When Republican presidential candidate Dwight D. Eisenhower [Stoller writes] defeated the more cerebral Democratic candidate Adlai Stevenson in 1952, the 36-year-old historian Richard Hofstadter panicked. Hofstadter agreed with Stevenson that the election of Eisenhower was a replacement of “the New Dealers by the car dealers.” A rising star in the elite liberal firmament, Hofstadter believed he was witnessing “an apocalypse for intellectuals in public life.” For Hofstadter, Harry Truman had been bad enough. Truman was no intellectual. He was a populist from Missouri and had never even gone to college; for Hofstadter, Truman’s “impassioned rhetoric, with its occasional thrusts at ‘Wall Street,’ seemed passé and rather embarrassing.” By contrast, the Democratic nominee in 1952 and 1956, Adlai Stevenson, was a beloved intellectual who surrounded himself with Ivy League men. Stevenson stood up to the anticommunists, but not the plutocrats; in between presidential runs, he defended the powerful communications company RCA against Eisenhower’s Antitrust Division. Stevenson opposed public funding for housing, union power, “socialized medicine,” civil rights for blacks, agricultural stabilization policies, and deficit spending. But Stevenson was eloquent and beautifully spoken, and earned Hofstadter’s ardent support (Goliath:The 100-Year War Between Monopoly Power and Populism, pp. 203-204).
As the elitist spirit embodied in figures like Hofstadter and Stevenson gradually took hold of the Democratic Party, working class citizens, Stoller observes, were increasingly pushed out of it. By the year 1975, with the arrival in Washington of the hip consumer/boomer Watergate Babies and their ouster of Wright Patman, the last great anti-monopolist, the last great populist, from the chairmanship of the House Committee on Banking and Currency, the elitist conquest of the party was made official. (Patman, I should point out, is the real hero of Stoller’s book. First elected to the House in 1928, Patman led the impeachment of Treasury Secretary Andrew Mellon in 1932 and began, Stoller writes, “the second great campaign to destroy monopoly power in America,” p. 53.) By the time pro-bank liberals pushed old Patman aside, any remnants of an effective populism in the United States had already vanished. Patman’s brand of populism is now long forgotten. We have been living in the neo-liberal world of the consumer/boomers, of the Clinton generation, for forty-five years now.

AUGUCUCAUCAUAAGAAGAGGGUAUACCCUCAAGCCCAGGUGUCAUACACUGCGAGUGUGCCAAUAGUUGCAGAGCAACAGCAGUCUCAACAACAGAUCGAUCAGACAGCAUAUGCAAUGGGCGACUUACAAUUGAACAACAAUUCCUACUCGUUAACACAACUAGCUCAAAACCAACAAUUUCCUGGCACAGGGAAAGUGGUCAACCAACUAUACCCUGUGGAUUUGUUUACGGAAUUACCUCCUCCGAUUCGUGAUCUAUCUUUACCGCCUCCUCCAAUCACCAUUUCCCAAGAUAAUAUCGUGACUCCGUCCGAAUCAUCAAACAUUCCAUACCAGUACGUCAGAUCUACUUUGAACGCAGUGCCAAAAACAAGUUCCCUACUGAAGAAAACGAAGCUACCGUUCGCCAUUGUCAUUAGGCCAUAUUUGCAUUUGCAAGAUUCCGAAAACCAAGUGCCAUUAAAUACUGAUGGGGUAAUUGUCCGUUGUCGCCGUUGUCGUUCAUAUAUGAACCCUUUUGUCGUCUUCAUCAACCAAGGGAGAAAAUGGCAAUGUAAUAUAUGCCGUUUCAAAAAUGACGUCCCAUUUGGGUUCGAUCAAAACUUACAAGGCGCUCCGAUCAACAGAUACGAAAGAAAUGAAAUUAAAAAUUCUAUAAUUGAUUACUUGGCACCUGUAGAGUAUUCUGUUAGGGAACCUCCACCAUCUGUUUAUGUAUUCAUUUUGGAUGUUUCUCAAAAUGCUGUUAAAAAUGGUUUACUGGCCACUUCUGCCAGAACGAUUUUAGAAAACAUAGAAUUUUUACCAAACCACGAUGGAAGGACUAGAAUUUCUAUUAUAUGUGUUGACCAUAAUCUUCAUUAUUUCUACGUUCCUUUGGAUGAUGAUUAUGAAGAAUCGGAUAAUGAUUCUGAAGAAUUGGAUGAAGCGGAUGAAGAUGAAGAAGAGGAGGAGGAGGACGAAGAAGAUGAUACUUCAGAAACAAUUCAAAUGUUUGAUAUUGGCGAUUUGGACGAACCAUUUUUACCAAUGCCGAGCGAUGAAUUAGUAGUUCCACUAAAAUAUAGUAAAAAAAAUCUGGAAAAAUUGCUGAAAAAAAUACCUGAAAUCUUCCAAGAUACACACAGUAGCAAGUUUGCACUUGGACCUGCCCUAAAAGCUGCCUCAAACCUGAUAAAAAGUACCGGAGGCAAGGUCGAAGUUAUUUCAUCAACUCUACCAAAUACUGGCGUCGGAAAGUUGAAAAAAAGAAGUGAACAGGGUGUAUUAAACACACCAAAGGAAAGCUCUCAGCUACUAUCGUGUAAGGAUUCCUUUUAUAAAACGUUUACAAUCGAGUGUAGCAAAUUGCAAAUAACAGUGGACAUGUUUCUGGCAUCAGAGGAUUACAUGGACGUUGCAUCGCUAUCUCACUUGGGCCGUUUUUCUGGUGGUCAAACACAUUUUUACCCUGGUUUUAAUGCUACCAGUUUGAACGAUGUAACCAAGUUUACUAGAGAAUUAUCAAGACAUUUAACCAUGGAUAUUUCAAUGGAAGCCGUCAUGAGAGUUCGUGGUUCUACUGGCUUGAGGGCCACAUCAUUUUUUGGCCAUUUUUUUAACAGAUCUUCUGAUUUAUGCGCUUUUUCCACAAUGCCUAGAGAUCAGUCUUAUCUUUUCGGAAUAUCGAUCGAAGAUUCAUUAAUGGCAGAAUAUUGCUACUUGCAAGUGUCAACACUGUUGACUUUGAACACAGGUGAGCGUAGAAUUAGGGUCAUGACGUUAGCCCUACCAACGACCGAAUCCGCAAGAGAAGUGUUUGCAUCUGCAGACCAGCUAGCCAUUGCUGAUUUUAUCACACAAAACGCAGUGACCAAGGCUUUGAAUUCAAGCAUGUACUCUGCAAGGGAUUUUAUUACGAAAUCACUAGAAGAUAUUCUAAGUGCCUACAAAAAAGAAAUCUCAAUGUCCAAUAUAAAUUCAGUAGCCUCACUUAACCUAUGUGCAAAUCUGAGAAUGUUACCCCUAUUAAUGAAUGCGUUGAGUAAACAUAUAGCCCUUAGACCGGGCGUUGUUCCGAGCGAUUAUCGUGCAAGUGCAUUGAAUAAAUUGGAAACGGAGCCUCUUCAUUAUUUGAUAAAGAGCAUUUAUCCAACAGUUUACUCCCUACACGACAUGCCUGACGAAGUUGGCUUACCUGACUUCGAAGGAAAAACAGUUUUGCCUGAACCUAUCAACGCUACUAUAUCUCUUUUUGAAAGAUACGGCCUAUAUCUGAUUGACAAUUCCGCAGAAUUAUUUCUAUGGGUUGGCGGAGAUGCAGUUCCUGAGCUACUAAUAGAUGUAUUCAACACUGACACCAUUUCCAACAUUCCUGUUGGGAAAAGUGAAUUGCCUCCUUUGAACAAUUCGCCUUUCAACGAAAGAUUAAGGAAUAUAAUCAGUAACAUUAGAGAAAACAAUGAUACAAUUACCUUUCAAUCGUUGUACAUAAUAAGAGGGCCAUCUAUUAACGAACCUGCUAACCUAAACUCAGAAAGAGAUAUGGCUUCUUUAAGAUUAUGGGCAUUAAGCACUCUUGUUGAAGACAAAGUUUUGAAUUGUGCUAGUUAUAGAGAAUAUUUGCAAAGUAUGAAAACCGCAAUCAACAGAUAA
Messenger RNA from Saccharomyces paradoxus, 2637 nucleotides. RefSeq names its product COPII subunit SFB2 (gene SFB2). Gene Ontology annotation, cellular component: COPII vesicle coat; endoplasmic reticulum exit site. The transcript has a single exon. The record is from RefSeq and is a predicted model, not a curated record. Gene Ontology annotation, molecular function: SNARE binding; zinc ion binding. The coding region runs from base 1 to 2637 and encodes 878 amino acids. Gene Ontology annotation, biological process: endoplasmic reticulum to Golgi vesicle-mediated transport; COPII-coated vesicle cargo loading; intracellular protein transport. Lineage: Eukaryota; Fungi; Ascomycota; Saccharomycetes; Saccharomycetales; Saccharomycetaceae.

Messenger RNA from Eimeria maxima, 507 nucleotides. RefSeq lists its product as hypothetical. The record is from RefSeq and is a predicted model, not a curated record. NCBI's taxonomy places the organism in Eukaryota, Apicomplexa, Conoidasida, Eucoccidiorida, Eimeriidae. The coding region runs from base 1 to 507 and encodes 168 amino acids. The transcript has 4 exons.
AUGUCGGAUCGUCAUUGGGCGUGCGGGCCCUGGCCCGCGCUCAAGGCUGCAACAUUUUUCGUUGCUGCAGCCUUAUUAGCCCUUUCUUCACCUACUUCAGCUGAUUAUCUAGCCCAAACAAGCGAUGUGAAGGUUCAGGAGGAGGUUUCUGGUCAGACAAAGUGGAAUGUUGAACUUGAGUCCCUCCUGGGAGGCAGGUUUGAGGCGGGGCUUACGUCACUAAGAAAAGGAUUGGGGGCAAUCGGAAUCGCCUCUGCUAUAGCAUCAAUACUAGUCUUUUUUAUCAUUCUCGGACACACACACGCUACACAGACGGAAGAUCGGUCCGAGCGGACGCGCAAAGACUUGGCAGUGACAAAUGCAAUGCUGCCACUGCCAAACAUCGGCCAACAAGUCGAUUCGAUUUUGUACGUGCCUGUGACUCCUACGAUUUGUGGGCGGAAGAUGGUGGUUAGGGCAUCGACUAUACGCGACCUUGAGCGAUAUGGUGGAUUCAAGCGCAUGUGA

Stoller unrolls this sad phase of American history over 400-plus pages, and his profound understanding of the processes by which monopoly power has defeated populism, by which the elites have overwhelmed labor and the middle and working classes, gives him the cred not only to identify powerful economists like Volcker and Feldstein as villains in American history, not only to explain the collapse of populism as a countervailing force in our politics, but also, perhaps shockingly, to identify Barack Obama as a bad president whose legacy lingers as a kind of dead albatross around the neck of the Democratic Party.
“Two key elements characterized the kind of domestic political economy the [Obama] administration pursued,” Stoller wrote in a Washington Post editorial two months after Trump was elected president: “The first was the foreclosure crisis and the subsequent bank bailouts. The resulting policy framework of Tim Geithner’s Treasury Department was, in effect, a wholesale attack on the American home — the main store of middle-class wealth — in favor of concentrated financial power. The second was the administration’s pro-monopoly policies, which crushed the rural areas that in 2016 lost voter turnout and swung to Donald Trump” (Democrats can’t win until they recognize how bad Obama’s financial policies were, January 12, 2017).
That’s a whole heckuva lot of bad news for a would-be Democrat to absorb. Yet Stoller told me that he remains optimistic about our country’s prospects. “Well,” he said, “that’s the thing about my book. The book is fundamentally an optimistic story. It’s about how we faced these problems before, and the problems are really deep-rooted and severe, but we were able to defeat them before, and we can do it again.” I hope he’s right, but after having immersed myself in his work for several weeks, I feel more pessimistic about my country’s future than I ever have before. The fact that the rich are always endeavoring to take advantage of the poor and that the strong are forever seeking to bully the weak should be as obvious to our leaders as the fact that it gets cold in the winter. But going back to the post-New Deal America of Adlai Stevenson and Richard Hofstadter and moving forward up to and including establishment liberals Hillary Clinton and Barack Obama, the consensus of elite liberal opinion is that cold in the winter is an illusion, and that populism is just a different way of spelling deplorables. The whole point of the Democratic Experiment was to defend We, the People against aristocrats and oligarchs. Maybe Matt Stoller can reincarnate the spirits of Louis Brandeis (1856 – 1941, the nemesis of the House of Morgan) or Wright Patman (1893 – 1976, who took on Andrew Mellon) to make that happen again. Maybe he can develop Swiftian superpowers and make all the bad guys melt away with the acidity of his righteous invective. Well, I guess I’m willing to wait for a miracle. What else am I going to do?